The typical lineup of job interview guidelines are so common we could recite them in our sleep. Dress professionally, be on time, don’t chew gum, give a firm handshake…
But what about the lesser known job interview mistakes people make Don’t fall victim to these five interview blunders.
1. Not researching the company
You’ve already made a good enough impression to score a job interview, so don’t let it all go downhill from here. Position yourself as one of the top candidates by dazzling the interviewer with how much you know about the company. This goes beyond a quick Google search while you’re waiting in the lobby.
Do you need to know everything? Of course not, and they won’t expect you to. But here are some things you should definitely know before going into the job interview, according to Glassdoor:
- The company’s culture, mission and values
- Clients, products and services
- News and recent events about the company
- Key players in the organization
Along with researching key players in the organization, you might also want to research the interviewer. Find these people on the company website and learn more about them through their social media accounts. Look at their backgrounds, education, experience and other interests to get a feel for who they are and who you might potentially be working with.
2. Bashing your previous employer
Maybe you had some issues with your previous boss. He or she was demanding and unreasonable — nearly impossible to work for. But a job interview is not the time nor the place for a venting session.
When you bash your previous employer (even if you’re completely justified), all the interviewer hears is, “I’m difficult to work with.” They have no basis with which to substantiate your claims, and as we all know, there are three sides to every story: your side, the other person’s side and the truth.
If the interviewer asks about your previous employment, keep it light and professional. Don’t throw anyone under the bus. Ultimately, candidates are chosen for their qualifications and overall fit for the company — not for how well they complain.
3. Not asking any questions
Let’s say, hypothetically, all you want is a paycheck. You don’t care what you will be doing or who you will be working for.
If that were the case, do you think you’d ask any questions during the job interview (other than, perhaps, how much the job pays)? Probably not, and if you don’t ask any questions, the interviewer might make the fatal assumption that you just need the money.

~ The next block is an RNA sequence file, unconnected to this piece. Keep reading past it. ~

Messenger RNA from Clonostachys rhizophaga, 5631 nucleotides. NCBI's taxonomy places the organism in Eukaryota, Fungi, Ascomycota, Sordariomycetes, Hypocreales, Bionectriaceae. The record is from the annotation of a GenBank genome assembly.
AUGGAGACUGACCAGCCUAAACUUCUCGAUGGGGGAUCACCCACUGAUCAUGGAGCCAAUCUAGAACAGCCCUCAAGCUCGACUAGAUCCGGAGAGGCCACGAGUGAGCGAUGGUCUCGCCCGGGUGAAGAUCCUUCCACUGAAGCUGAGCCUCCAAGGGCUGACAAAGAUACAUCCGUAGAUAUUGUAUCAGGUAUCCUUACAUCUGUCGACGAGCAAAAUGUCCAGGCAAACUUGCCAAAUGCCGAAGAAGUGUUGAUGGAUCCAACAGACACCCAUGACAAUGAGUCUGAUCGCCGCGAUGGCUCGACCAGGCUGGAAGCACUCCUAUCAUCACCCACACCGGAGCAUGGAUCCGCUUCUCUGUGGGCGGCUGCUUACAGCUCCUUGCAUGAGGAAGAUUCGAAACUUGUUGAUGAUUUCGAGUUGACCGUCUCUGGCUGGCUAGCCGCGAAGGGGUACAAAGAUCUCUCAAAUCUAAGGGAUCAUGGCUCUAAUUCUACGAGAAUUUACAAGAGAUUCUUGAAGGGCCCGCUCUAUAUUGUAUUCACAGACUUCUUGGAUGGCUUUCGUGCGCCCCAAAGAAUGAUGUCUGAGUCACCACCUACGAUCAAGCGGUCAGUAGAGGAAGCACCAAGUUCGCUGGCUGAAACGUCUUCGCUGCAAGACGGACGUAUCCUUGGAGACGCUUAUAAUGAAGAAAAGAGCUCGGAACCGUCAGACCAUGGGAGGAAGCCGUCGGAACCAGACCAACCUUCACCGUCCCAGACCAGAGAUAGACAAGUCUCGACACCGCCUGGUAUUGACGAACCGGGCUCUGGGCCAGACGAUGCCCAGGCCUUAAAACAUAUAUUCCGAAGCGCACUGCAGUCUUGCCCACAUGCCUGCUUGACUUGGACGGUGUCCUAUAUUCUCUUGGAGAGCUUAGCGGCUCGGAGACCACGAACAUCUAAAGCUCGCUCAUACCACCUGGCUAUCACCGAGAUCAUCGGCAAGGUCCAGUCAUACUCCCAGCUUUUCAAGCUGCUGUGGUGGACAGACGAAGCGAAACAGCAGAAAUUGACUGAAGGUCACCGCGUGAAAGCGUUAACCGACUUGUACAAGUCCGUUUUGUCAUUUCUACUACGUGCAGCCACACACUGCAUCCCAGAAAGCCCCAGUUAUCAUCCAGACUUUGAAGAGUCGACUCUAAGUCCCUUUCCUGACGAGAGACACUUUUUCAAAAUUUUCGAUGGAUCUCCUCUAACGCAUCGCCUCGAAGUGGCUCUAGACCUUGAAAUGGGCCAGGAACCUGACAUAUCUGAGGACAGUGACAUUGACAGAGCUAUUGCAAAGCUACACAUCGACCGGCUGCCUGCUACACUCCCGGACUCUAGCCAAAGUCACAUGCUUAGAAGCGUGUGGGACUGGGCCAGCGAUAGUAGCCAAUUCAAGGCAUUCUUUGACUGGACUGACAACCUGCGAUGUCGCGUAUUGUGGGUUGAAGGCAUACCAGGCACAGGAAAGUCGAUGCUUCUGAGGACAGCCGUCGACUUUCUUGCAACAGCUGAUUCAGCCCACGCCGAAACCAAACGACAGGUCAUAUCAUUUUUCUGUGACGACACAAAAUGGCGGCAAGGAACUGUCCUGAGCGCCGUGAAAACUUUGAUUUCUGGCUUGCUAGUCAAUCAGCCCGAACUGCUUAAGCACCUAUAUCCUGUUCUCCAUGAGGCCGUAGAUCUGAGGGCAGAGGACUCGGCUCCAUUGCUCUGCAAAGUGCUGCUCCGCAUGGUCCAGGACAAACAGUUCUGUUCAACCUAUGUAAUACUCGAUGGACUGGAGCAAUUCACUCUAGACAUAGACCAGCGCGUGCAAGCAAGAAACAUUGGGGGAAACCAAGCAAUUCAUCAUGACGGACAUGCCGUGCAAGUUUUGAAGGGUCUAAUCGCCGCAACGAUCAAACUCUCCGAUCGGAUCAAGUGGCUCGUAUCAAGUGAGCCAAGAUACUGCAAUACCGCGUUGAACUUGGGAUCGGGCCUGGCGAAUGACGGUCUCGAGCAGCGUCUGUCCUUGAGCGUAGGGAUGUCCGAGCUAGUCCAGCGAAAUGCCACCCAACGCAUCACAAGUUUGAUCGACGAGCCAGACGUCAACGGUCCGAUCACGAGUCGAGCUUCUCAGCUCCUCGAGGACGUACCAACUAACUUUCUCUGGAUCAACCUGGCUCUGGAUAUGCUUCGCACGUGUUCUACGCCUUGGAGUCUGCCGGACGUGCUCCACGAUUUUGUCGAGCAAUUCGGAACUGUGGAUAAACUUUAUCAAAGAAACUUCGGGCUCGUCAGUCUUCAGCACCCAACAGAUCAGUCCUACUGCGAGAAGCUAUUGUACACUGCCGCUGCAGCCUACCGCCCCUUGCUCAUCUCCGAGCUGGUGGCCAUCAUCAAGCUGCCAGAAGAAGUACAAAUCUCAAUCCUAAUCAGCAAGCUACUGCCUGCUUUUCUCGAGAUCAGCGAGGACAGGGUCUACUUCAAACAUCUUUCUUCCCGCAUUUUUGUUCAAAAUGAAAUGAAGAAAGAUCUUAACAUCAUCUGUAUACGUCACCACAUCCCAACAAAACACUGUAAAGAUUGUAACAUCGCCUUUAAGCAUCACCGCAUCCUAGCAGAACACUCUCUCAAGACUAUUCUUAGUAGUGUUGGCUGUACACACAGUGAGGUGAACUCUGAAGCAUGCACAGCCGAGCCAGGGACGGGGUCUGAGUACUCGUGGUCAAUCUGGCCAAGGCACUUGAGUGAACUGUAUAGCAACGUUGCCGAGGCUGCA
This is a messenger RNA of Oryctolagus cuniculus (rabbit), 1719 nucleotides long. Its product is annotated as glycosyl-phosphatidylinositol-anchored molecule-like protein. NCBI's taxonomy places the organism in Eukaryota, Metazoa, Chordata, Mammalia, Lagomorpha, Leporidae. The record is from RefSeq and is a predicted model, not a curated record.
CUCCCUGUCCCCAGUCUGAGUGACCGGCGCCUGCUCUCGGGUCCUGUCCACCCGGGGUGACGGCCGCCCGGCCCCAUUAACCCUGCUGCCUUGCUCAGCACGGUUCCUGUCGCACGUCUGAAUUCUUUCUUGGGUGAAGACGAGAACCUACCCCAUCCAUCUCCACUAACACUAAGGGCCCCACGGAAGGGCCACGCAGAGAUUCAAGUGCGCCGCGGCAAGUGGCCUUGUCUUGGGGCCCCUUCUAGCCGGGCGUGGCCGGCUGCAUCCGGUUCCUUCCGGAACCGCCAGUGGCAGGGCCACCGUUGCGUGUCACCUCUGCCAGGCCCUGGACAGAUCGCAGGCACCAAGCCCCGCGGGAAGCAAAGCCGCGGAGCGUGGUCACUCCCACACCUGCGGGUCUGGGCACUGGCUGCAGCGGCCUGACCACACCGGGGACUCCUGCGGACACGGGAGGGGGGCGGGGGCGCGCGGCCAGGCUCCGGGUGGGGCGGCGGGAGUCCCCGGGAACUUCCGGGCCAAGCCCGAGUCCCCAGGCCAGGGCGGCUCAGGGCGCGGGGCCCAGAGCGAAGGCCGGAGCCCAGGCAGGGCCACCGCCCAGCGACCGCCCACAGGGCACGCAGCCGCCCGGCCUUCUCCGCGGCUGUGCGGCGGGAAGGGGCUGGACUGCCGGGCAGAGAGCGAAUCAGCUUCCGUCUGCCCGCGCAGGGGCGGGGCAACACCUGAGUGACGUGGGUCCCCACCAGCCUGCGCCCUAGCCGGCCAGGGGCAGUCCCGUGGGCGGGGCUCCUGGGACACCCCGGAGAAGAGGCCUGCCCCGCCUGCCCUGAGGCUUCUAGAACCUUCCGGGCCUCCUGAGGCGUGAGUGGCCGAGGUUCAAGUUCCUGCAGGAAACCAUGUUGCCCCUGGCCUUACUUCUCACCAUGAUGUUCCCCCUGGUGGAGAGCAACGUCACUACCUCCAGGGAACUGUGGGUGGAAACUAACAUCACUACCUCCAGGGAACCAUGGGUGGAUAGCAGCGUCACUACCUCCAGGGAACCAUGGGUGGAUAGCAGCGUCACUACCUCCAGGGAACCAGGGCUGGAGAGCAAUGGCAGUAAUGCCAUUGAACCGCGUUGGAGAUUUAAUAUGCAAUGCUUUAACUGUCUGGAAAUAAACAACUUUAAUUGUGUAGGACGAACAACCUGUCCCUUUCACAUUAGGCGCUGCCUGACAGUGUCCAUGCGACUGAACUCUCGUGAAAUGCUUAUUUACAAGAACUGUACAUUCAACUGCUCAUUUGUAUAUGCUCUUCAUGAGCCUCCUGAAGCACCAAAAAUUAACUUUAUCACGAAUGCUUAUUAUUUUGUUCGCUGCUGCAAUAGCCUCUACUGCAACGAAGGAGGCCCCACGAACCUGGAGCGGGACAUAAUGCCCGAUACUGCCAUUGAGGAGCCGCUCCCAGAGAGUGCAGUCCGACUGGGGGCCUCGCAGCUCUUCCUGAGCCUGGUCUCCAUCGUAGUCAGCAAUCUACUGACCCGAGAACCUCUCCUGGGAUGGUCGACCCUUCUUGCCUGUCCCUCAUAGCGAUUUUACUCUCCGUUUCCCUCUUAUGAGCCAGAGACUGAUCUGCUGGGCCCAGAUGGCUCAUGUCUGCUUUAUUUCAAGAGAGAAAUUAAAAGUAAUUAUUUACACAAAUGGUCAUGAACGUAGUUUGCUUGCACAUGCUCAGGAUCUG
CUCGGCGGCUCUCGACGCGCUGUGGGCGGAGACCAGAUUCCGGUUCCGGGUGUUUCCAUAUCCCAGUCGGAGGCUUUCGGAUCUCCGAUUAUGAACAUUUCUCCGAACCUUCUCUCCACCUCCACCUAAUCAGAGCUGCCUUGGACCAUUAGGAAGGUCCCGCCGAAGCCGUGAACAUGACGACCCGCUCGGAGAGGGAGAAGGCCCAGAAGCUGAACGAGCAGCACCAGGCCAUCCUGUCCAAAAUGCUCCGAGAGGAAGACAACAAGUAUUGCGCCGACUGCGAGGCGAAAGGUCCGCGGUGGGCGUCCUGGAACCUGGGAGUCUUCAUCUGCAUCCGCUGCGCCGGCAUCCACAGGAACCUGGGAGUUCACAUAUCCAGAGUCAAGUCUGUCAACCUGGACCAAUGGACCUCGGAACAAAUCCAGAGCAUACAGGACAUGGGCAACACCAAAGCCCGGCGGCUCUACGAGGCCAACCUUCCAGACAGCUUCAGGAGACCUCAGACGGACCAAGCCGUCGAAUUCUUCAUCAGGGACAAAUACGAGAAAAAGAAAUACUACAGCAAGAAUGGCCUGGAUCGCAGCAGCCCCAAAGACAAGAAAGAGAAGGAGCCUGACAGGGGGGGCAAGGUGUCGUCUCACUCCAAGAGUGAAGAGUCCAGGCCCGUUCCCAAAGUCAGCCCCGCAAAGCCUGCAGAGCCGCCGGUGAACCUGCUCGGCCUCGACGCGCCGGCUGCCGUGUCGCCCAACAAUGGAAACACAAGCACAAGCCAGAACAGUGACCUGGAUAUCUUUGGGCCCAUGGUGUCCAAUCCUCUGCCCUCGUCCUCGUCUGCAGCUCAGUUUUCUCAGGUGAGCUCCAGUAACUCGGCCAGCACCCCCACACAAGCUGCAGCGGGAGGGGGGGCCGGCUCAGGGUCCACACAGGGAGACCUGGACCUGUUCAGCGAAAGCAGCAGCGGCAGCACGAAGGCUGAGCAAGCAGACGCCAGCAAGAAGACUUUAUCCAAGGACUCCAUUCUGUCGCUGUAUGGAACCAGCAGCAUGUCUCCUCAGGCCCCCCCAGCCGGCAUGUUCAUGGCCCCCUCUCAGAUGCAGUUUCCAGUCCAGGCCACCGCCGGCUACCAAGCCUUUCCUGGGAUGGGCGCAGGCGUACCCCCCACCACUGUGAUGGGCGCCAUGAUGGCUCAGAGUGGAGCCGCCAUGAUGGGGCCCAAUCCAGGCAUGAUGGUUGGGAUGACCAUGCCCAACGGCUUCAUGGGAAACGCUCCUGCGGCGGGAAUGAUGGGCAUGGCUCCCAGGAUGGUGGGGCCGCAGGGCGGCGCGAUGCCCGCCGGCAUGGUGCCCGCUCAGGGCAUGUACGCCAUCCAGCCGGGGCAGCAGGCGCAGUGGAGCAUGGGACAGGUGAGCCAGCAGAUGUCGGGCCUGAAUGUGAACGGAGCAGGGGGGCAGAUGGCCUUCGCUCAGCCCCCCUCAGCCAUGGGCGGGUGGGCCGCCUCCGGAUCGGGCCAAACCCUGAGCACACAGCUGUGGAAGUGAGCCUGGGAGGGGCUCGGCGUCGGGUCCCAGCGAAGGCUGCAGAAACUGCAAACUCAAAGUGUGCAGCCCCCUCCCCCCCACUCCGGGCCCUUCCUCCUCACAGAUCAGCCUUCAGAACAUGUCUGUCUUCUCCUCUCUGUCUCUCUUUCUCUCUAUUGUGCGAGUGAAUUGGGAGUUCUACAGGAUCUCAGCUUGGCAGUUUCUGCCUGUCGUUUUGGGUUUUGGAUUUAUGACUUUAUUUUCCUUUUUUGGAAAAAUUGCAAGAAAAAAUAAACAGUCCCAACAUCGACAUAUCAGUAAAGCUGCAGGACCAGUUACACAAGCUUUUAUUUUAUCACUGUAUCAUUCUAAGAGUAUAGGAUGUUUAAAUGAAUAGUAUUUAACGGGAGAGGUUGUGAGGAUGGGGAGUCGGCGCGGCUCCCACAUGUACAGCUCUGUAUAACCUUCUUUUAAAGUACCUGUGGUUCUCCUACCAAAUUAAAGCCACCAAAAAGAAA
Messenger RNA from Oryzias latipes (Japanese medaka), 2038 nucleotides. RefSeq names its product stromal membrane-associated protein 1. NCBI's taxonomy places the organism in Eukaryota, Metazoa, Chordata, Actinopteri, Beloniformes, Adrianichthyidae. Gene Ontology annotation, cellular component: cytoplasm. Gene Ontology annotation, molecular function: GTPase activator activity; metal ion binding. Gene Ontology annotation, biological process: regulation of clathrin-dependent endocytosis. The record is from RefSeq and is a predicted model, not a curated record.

Employers expect their candidates to want the job bad enough to have smart questions to ask. And if it’s a highly sought-after position, expect to be one of several people using everything in their job interview toolbox to make it to the next level. This includes asking questions.
Use these questions to get you on the right track:
- Where do you see this position going in the next five years?
- How can I most quickly become a strong contributor within the organization?
- What are the most challenging aspects of the job for which I am being considered?
- How will my performance be evaluated, and at what frequency?
- What particular aspects about my background and experience interest you?
4. Talking too much
Keep in mind the interviewer has you scheduled for a certain amount of time in his or her busy day. This isn’t a casual lunchtime chat where you can go on long tangents and tell stories as if you were old friends catching up over coffee.
What this means is, get to the point. Keep your answers concise. Nervous talking and taking too long to answer questions gives the impression that your mind is scattered and you can’t focus — or worse, that you’re being dishonest.
If you find yourself trailing off into rambleville, get yourself back on track. Recognize that even though you may be nervous, you don’t need to wear it on your sleeve, and you don’t need to say more than is necessary at a job interview.
5. Poor follow up
In order to stand out among your competition, you have to keep your name fresh in the employer’s mind. Keep the momentum of your job interview alive with a thank you note, and then be sure to follow up a few days later via phone call or email.
To illustrate the importance of follow up, a 2011 CareerBuilder survey of more than 2,800 employers revealed that 86 percent of them felt that not sending a thank you note showed a lack of follow-through. What’s more, 56 percent of them thought not sending a thank you note meant the person was not serious about the job.
Even if you had a great job interview, don’t leave it all up the employer to reach out to you. You may get passed over or forgotten about if you don’t take initiative to let them know you’re still in the game. Remember, the interview process isn’t over until you either hear back that you weren’t the right fit or you receive an offer letter.